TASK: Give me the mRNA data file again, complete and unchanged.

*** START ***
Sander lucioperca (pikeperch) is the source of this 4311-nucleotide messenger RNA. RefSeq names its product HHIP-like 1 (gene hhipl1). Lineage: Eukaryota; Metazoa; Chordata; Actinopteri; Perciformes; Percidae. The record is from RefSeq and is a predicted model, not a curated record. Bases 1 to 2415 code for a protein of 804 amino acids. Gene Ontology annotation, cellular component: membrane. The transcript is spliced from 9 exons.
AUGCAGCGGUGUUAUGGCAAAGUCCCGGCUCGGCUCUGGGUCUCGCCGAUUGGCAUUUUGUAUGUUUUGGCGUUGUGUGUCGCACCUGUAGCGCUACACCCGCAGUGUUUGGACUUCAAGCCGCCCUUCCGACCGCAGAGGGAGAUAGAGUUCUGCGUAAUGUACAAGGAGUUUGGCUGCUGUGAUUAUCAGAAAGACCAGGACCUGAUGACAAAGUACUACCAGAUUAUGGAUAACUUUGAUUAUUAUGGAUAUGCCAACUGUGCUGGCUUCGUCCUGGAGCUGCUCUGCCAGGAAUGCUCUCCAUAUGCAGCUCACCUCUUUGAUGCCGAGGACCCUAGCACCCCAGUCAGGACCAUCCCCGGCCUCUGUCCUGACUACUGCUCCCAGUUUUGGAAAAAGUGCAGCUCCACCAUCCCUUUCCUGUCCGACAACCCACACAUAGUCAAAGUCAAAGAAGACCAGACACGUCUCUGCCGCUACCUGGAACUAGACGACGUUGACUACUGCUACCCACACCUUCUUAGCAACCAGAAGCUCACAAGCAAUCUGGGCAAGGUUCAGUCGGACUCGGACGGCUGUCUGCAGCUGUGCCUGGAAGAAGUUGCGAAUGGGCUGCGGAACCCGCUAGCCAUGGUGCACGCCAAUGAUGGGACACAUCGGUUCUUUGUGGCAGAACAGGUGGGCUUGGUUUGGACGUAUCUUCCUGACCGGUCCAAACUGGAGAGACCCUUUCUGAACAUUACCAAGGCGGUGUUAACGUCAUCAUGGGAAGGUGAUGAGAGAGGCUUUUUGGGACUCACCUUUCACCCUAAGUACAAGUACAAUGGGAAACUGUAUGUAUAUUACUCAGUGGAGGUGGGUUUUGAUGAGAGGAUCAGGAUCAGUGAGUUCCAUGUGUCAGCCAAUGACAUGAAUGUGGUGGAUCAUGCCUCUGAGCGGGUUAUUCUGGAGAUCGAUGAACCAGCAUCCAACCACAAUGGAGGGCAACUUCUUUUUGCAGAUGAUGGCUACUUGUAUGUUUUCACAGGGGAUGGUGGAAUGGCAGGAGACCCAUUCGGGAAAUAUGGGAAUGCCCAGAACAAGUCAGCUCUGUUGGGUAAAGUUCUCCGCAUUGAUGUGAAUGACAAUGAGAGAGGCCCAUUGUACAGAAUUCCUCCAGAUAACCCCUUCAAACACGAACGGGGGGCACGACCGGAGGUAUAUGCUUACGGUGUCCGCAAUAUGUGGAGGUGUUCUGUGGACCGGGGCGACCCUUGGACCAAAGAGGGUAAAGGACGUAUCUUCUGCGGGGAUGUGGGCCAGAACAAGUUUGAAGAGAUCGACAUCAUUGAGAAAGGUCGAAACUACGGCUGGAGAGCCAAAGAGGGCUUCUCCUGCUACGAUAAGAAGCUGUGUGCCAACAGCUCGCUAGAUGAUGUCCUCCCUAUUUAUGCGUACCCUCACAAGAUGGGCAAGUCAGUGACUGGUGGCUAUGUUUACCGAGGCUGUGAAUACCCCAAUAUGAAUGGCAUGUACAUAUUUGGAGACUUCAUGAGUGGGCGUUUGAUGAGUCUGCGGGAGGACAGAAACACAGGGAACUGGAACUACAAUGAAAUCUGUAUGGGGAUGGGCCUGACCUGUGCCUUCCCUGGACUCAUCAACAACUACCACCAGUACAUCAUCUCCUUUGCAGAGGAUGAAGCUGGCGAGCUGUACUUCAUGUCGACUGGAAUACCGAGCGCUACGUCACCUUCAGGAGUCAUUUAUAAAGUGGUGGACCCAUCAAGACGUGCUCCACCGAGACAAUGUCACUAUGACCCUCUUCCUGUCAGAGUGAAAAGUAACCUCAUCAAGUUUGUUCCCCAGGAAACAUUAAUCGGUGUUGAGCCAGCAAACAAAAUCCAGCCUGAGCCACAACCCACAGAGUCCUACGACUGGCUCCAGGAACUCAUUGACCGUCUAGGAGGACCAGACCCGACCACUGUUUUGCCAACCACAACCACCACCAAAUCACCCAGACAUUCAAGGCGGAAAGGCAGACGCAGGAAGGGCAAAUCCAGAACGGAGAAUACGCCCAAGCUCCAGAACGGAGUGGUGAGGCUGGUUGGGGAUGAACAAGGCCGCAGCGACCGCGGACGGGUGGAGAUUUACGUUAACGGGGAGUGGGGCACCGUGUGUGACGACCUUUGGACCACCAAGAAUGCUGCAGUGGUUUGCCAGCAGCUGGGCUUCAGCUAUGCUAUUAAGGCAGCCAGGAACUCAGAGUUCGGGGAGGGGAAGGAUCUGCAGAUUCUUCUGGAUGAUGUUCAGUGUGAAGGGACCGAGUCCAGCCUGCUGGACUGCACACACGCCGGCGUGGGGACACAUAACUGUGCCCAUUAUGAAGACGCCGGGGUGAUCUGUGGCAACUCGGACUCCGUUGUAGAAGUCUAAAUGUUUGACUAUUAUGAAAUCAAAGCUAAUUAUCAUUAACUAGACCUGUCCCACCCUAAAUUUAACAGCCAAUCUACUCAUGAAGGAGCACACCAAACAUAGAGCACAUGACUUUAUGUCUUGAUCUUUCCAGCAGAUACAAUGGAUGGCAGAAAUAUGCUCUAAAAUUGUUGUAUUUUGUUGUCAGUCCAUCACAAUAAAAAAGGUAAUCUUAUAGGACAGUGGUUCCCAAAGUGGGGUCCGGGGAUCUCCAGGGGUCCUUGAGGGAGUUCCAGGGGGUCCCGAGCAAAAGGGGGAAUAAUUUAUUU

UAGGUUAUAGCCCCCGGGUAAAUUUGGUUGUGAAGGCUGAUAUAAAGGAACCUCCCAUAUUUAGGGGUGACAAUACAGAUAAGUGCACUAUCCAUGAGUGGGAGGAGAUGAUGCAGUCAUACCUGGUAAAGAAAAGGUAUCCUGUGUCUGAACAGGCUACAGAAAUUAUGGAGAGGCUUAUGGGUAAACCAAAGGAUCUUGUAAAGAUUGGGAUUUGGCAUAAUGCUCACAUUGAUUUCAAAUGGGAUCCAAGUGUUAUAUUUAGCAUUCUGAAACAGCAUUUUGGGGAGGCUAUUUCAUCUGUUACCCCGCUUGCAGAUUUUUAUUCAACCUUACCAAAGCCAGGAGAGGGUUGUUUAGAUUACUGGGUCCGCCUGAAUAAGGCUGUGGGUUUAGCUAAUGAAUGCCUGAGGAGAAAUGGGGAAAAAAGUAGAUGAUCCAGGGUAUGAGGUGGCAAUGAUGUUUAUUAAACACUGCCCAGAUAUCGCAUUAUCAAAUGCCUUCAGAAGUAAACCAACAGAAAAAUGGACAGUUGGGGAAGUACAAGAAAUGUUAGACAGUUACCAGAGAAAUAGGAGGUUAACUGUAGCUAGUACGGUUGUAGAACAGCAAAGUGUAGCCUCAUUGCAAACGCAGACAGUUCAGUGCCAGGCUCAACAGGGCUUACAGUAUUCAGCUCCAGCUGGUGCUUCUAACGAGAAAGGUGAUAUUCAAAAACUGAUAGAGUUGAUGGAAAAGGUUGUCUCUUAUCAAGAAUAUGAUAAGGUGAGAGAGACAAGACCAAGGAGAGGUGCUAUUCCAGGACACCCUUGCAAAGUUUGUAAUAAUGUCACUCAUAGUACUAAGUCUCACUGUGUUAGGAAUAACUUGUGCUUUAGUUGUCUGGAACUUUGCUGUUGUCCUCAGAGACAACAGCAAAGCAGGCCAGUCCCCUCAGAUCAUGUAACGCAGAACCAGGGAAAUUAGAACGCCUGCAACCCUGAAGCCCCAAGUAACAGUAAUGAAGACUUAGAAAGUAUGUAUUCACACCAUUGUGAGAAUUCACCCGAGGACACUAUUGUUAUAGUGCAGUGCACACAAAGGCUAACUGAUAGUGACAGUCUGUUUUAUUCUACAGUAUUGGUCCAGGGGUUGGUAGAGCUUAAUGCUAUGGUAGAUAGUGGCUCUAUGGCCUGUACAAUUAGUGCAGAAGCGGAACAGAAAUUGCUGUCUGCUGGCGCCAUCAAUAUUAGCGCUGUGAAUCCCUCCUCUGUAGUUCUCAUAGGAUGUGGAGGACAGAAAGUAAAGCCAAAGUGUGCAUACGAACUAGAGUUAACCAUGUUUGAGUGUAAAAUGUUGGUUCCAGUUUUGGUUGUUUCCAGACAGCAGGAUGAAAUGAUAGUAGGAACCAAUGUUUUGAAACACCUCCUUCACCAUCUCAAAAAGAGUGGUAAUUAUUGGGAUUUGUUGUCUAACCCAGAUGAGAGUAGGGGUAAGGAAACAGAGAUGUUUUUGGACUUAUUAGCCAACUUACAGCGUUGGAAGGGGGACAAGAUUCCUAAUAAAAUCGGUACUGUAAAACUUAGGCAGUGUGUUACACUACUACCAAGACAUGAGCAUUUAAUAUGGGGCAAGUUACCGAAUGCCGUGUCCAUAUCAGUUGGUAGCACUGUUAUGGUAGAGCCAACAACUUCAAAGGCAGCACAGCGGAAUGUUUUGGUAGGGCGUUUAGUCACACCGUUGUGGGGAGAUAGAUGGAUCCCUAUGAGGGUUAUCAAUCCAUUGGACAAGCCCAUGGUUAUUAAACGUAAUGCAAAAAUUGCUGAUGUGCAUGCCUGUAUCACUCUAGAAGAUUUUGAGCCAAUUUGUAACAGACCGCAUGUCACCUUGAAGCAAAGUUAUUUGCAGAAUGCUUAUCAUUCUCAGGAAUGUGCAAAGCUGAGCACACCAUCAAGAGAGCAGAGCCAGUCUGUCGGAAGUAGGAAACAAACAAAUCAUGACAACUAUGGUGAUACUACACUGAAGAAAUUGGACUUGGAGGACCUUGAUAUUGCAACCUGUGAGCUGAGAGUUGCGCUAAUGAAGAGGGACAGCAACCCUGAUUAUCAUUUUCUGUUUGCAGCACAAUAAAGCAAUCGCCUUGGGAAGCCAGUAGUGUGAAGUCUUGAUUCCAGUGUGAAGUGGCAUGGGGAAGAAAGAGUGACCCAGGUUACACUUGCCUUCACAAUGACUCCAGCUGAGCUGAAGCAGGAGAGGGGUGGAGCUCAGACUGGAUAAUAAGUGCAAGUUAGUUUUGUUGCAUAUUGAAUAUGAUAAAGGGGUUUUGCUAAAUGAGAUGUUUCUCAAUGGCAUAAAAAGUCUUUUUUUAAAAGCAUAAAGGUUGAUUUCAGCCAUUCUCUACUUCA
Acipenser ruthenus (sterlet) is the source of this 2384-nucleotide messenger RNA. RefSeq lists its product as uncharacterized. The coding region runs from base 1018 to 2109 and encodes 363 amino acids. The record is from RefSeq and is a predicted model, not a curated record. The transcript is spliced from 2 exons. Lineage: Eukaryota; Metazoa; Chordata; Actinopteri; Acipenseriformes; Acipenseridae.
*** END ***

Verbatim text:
Sander lucioperca (pikeperch) is the source of this 4311-nucleotide messenger RNA. RefSeq names its product HHIP-like 1 (gene hhipl1). Lineage: Eukaryota; Metazoa; Chordata; Actinopteri; Perciformes; Percidae. The record is from RefSeq and is a predicted model, not a curated record. Bases 1 to 2415 code for a protein of 804 amino acids. Gene Ontology annotation, cellular component: membrane. The transcript is spliced from 9 exons.
AUGCAGCGGUGUUAUGGCAAAGUCCCGGCUCGGCUCUGGGUCUCGCCGAUUGGCAUUUUGUAUGUUUUGGCGUUGUGUGUCGCACCUGUAGCGCUACACCCGCAGUGUUUGGACUUCAAGCCGCCCUUCCGACCGCAGAGGGAGAUAGAGUUCUGCGUAAUGUACAAGGAGUUUGGCUGCUGUGAUUAUCAGAAAGACCAGGACCUGAUGACAAAGUACUACCAGAUUAUGGAUAACUUUGAUUAUUAUGGAUAUGCCAACUGUGCUGGCUUCGUCCUGGAGCUGCUCUGCCAGGAAUGCUCUCCAUAUGCAGCUCACCUCUUUGAUGCCGAGGACCCUAGCACCCCAGUCAGGACCAUCCCCGGCCUCUGUCCUGACUACUGCUCCCAGUUUUGGAAAAAGUGCAGCUCCACCAUCCCUUUCCUGUCCGACAACCCACACAUAGUCAAAGUCAAAGAAGACCAGACACGUCUCUGCCGCUACCUGGAACUAGACGACGUUGACUACUGCUACCCACACCUUCUUAGCAACCAGAAGCUCACAAGCAAUCUGGGCAAGGUUCAGUCGGACUCGGACGGCUGUCUGCAGCUGUGCCUGGAAGAAGUUGCGAAUGGGCUGCGGAACCCGCUAGCCAUGGUGCACGCCAAUGAUGGGACACAUCGGUUCUUUGUGGCAGAACAGGUGGGCUUGGUUUGGACGUAUCUUCCUGACCGGUCCAAACUGGAGAGACCCUUUCUGAACAUUACCAAGGCGGUGUUAACGUCAUCAUGGGAAGGUGAUGAGAGAGGCUUUUUGGGACUCACCUUUCACCCUAAGUACAAGUACAAUGGGAAACUGUAUGUAUAUUACUCAGUGGAGGUGGGUUUUGAUGAGAGGAUCAGGAUCAGUGAGUUCCAUGUGUCAGCCAAUGACAUGAAUGUGGUGGAUCAUGCCUCUGAGCGGGUUAUUCUGGAGAUCGAUGAACCAGCAUCCAACCACAAUGGAGGGCAACUUCUUUUUGCAGAUGAUGGCUACUUGUAUGUUUUCACAGGGGAUGGUGGAAUGGCAGGAGACCCAUUCGGGAAAUAUGGGAAUGCCCAGAACAAGUCAGCUCUGUUGGGUAAAGUUCUCCGCAUUGAUGUGAAUGACAAUGAGAGAGGCCCAUUGUACAGAAUUCCUCCAGAUAACCCCUUCAAACACGAACGGGGGGCACGACCGGAGGUAUAUGCUUACGGUGUCCGCAAUAUGUGGAGGUGUUCUGUGGACCGGGGCGACCCUUGGACCAAAGAGGGUAAAGGACGUAUCUUCUGCGGGGAUGUGGGCCAGAACAAGUUUGAAGAGAUCGACAUCAUUGAGAAAGGUCGAAACUACGGCUGGAGAGCCAAAGAGGGCUUCUCCUGCUACGAUAAGAAGCUGUGUGCCAACAGCUCGCUAGAUGAUGUCCUCCCUAUUUAUGCGUACCCUCACAAGAUGGGCAAGUCAGUGACUGGUGGCUAUGUUUACCGAGGCUGUGAAUACCCCAAUAUGAAUGGCAUGUACAUAUUUGGAGACUUCAUGAGUGGGCGUUUGAUGAGUCUGCGGGAGGACAGAAACACAGGGAACUGGAACUACAAUGAAAUCUGUAUGGGGAUGGGCCUGACCUGUGCCUUCCCUGGACUCAUCAACAACUACCACCAGUACAUCAUCUCCUUUGCAGAGGAUGAAGCUGGCGAGCUGUACUUCAUGUCGACUGGAAUACCGAGCGCUACGUCACCUUCAGGAGUCAUUUAUAAAGUGGUGGACCCAUCAAGACGUGCUCCACCGAGACAAUGUCACUAUGACCCUCUUCCUGUCAGAGUGAAAAGUAACCUCAUCAAGUUUGUUCCCCAGGAAACAUUAAUCGGUGUUGAGCCAGCAAACAAAAUCCAGCCUGAGCCACAACCCACAGAGUCCUACGACUGGCUCCAGGAACUCAUUGACCGUCUAGGAGGACCAGACCCGACCACUGUUUUGCCAACCACAACCACCACCAAAUCACCCAGACAUUCAAGGCGGAAAGGCAGACGCAGGAAGGGCAAAUCCAGAACGGAGAAUACGCCCAAGCUCCAGAACGGAGUGGUGAGGCUGGUUGGGGAUGAACAAGGCCGCAGCGACCGCGGACGGGUGGAGAUUUACGUUAACGGGGAGUGGGGCACCGUGUGUGACGACCUUUGGACCACCAAGAAUGCUGCAGUGGUUUGCCAGCAGCUGGGCUUCAGCUAUGCUAUUAAGGCAGCCAGGAACUCAGAGUUCGGGGAGGGGAAGGAUCUGCAGAUUCUUCUGGAUGAUGUUCAGUGUGAAGGGACCGAGUCCAGCCUGCUGGACUGCACACACGCCGGCGUGGGGACACAUAACUGUGCCCAUUAUGAAGACGCCGGGGUGAUCUGUGGCAACUCGGACUCCGUUGUAGAAGUCUAAAUGUUUGACUAUUAUGAAAUCAAAGCUAAUUAUCAUUAACUAGACCUGUCCCACCCUAAAUUUAACAGCCAAUCUACUCAUGAAGGAGCACACCAAACAUAGAGCACAUGACUUUAUGUCUUGAUCUUUCCAGCAGAUACAAUGGAUGGCAGAAAUAUGCUCUAAAAUUGUUGUAUUUUGUUGUCAGUCCAUCACAAUAAAAAAGGUAAUCUUAUAGGACAGUGGUUCCCAAAGUGGGGUCCGGGGAUCUCCAGGGGUCCUUGAGGGAGUUCCAGGGGGUCCCGAGCAAAAGGGGGAAUAAUUUAUUU

UAGGUUAUAGCCCCCGGGUAAAUUUGGUUGUGAAGGCUGAUAUAAAGGAACCUCCCAUAUUUAGGGGUGACAAUACAGAUAAGUGCACUAUCCAUGAGUGGGAGGAGAUGAUGCAGUCAUACCUGGUAAAGAAAAGGUAUCCUGUGUCUGAACAGGCUACAGAAAUUAUGGAGAGGCUUAUGGGUAAACCAAAGGAUCUUGUAAAGAUUGGGAUUUGGCAUAAUGCUCACAUUGAUUUCAAAUGGGAUCCAAGUGUUAUAUUUAGCAUUCUGAAACAGCAUUUUGGGGAGGCUAUUUCAUCUGUUACCCCGCUUGCAGAUUUUUAUUCAACCUUACCAAAGCCAGGAGAGGGUUGUUUAGAUUACUGGGUCCGCCUGAAUAAGGCUGUGGGUUUAGCUAAUGAAUGCCUGAGGAGAAAUGGGGAAAAAAGUAGAUGAUCCAGGGUAUGAGGUGGCAAUGAUGUUUAUUAAACACUGCCCAGAUAUCGCAUUAUCAAAUGCCUUCAGAAGUAAACCAACAGAAAAAUGGACAGUUGGGGAAGUACAAGAAAUGUUAGACAGUUACCAGAGAAAUAGGAGGUUAACUGUAGCUAGUACGGUUGUAGAACAGCAAAGUGUAGCCUCAUUGCAAACGCAGACAGUUCAGUGCCAGGCUCAACAGGGCUUACAGUAUUCAGCUCCAGCUGGUGCUUCUAACGAGAAAGGUGAUAUUCAAAAACUGAUAGAGUUGAUGGAAAAGGUUGUCUCUUAUCAAGAAUAUGAUAAGGUGAGAGAGACAAGACCAAGGAGAGGUGCUAUUCCAGGACACCCUUGCAAAGUUUGUAAUAAUGUCACUCAUAGUACUAAGUCUCACUGUGUUAGGAAUAACUUGUGCUUUAGUUGUCUGGAACUUUGCUGUUGUCCUCAGAGACAACAGCAAAGCAGGCCAGUCCCCUCAGAUCAUGUAACGCAGAACCAGGGAAAUUAGAACGCCUGCAACCCUGAAGCCCCAAGUAACAGUAAUGAAGACUUAGAAAGUAUGUAUUCACACCAUUGUGAGAAUUCACCCGAGGACACUAUUGUUAUAGUGCAGUGCACACAAAGGCUAACUGAUAGUGACAGUCUGUUUUAUUCUACAGUAUUGGUCCAGGGGUUGGUAGAGCUUAAUGCUAUGGUAGAUAGUGGCUCUAUGGCCUGUACAAUUAGUGCAGAAGCGGAACAGAAAUUGCUGUCUGCUGGCGCCAUCAAUAUUAGCGCUGUGAAUCCCUCCUCUGUAGUUCUCAUAGGAUGUGGAGGACAGAAAGUAAAGCCAAAGUGUGCAUACGAACUAGAGUUAACCAUGUUUGAGUGUAAAAUGUUGGUUCCAGUUUUGGUUGUUUCCAGACAGCAGGAUGAAAUGAUAGUAGGAACCAAUGUUUUGAAACACCUCCUUCACCAUCUCAAAAAGAGUGGUAAUUAUUGGGAUUUGUUGUCUAACCCAGAUGAGAGUAGGGGUAAGGAAACAGAGAUGUUUUUGGACUUAUUAGCCAACUUACAGCGUUGGAAGGGGGACAAGAUUCCUAAUAAAAUCGGUACUGUAAAACUUAGGCAGUGUGUUACACUACUACCAAGACAUGAGCAUUUAAUAUGGGGCAAGUUACCGAAUGCCGUGUCCAUAUCAGUUGGUAGCACUGUUAUGGUAGAGCCAACAACUUCAAAGGCAGCACAGCGGAAUGUUUUGGUAGGGCGUUUAGUCACACCGUUGUGGGGAGAUAGAUGGAUCCCUAUGAGGGUUAUCAAUCCAUUGGACAAGCCCAUGGUUAUUAAACGUAAUGCAAAAAUUGCUGAUGUGCAUGCCUGUAUCACUCUAGAAGAUUUUGAGCCAAUUUGUAACAGACCGCAUGUCACCUUGAAGCAAAGUUAUUUGCAGAAUGCUUAUCAUUCUCAGGAAUGUGCAAAGCUGAGCACACCAUCAAGAGAGCAGAGCCAGUCUGUCGGAAGUAGGAAACAAACAAAUCAUGACAACUAUGGUGAUACUACACUGAAGAAAUUGGACUUGGAGGACCUUGAUAUUGCAACCUGUGAGCUGAGAGUUGCGCUAAUGAAGAGGGACAGCAACCCUGAUUAUCAUUUUCUGUUUGCAGCACAAUAAAGCAAUCGCCUUGGGAAGCCAGUAGUGUGAAGUCUUGAUUCCAGUGUGAAGUGGCAUGGGGAAGAAAGAGUGACCCAGGUUACACUUGCCUUCACAAUGACUCCAGCUGAGCUGAAGCAGGAGAGGGGUGGAGCUCAGACUGGAUAAUAAGUGCAAGUUAGUUUUGUUGCAUAUUGAAUAUGAUAAAGGGGUUUUGCUAAAUGAGAUGUUUCUCAAUGGCAUAAAAAGUCUUUUUUUAAAAGCAUAAAGGUUGAUUUCAGCCAUUCUCUACUUCA
Acipenser ruthenus (sterlet) is the source of this 2384-nucleotide messenger RNA. RefSeq lists its product as uncharacterized. The coding region runs from base 1018 to 2109 and encodes 363 amino acids. The record is from RefSeq and is a predicted model, not a curated record. The transcript is spliced from 2 exons. Lineage: Eukaryota; Metazoa; Chordata; Actinopteri; Acipenseriformes; Acipenseridae.